What do I do or say to my father who is on the receiving end of my mother's verbal abuse, spawned by dementia?
my mom is 83-85? has signs of Dementia, is verbally abusive to my father. One minute she can be civil and the next totally abusive verbally. I know this is a sign of fear, we try to reassure her. she constantly talks and repeats herself. medication is out of the ? cannot tolerate them or won't take them. My dad sometimes just cries, I know he is going to pass soon, he looks awful. Dr. is aware doesn't see it as a problem.
Thanks for your excellent question.
You stated that your mom has "signs" of dementia. The first thing you need to do is get her to a geriatric neurologist for a thorough exam, assessment and accurate diagnosis so you can create a workable treatment plan based on a definitive diagnosis of her problem.
If she has a form of dementia, most likely Alzheimer's, her behavior is not unusual. But that doesn't make it any easier for your or your dad to deal with her when she becomes abusive. However, you must rule out any other possibilities of illnesses so mom can be properly treated.
You also said that mom won't take medicines. That's a serious issue if her agitation and anger can, in fact, be treated with medicines that she can tolerate. The neurologist will determine which meds can help alter mom's level of agitation. But as far as taking or refusing the medicine, your mom no longer gets a "vote" as to whether to take them, if they can be tolerated.
It is going to be up to you to become creative in getting the medicines into mom's daily routine. If they work, her behavior should settle down, and she will be less likely to be quite as verbally abusive or upset. Keep in mind, all medications have side-effects, and you have to pay a great deal of attention by looking for potential new issues that you may have to deal with as a result of the new medicines.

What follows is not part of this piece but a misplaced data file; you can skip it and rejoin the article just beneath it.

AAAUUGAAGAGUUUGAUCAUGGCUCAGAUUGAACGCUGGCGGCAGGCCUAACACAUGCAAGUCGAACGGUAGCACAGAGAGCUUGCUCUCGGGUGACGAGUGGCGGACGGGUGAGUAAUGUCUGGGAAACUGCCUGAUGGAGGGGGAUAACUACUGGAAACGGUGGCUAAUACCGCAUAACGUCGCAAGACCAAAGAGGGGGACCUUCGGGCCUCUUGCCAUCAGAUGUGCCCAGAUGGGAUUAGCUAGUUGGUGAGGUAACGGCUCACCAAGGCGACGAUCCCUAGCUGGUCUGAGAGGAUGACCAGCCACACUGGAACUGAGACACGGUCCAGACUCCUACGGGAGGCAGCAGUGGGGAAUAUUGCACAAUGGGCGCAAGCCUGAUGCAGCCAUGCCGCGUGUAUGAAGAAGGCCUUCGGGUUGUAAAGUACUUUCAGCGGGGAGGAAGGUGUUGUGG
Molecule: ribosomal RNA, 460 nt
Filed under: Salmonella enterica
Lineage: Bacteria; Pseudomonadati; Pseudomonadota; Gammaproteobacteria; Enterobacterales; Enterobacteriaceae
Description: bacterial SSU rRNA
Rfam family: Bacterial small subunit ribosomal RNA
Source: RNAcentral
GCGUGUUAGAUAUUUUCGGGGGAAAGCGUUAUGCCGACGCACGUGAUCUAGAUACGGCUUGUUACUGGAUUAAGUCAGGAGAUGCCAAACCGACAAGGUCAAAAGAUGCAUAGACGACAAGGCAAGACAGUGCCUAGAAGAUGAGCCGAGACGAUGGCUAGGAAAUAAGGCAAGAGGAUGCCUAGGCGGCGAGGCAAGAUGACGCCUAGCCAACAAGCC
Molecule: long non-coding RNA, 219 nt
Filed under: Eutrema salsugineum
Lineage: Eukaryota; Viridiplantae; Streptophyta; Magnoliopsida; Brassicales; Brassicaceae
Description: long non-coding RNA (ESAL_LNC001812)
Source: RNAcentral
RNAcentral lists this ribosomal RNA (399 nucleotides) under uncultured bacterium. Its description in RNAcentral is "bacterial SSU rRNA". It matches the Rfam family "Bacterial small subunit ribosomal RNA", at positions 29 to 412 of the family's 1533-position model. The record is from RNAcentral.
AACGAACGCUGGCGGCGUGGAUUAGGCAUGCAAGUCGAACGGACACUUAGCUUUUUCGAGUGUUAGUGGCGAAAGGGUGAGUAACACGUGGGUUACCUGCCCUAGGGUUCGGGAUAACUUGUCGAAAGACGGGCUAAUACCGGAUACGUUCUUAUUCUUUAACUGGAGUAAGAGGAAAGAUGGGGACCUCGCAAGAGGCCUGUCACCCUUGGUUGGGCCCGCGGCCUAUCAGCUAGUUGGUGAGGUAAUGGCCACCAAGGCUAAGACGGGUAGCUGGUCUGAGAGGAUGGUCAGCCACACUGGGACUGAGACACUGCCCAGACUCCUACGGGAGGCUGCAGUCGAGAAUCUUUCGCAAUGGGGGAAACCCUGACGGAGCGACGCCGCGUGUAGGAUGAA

As for your dad, he may be clinically depressed. He too needs to see a neurologist or geriatric psychologist who assess him, and possibly suggest a medicine that might lighten his burden of anguish. If he is depressed and properly treated, you may find that your personal prognosis of his death may be quite wrong, and you may see a major change in his attitude if his problem (again, I'm assuming it is depression) is properly diagnosed and treated.
You indicated that your doctor does NOT see these issues as a problem. That for me would be more than enough reason to find a new doctor who listens to me, and who does care about the quality of life of both of your parents. I suggest that you contact the Alzheimer's Association, or ask a friend who has had similar issues with his/her parents whom they recommend and be sure that the physician is known to be compassionate and understanding of these issues and others facing his aging patients. It seems to me that by his lack of concern about the signs and symptoms you report that your parent's current doctor is neither understanding nor compassionate.
Good luck with these challenges, as I know how frustrating and emotionally painful it can be to deal with these types of issues.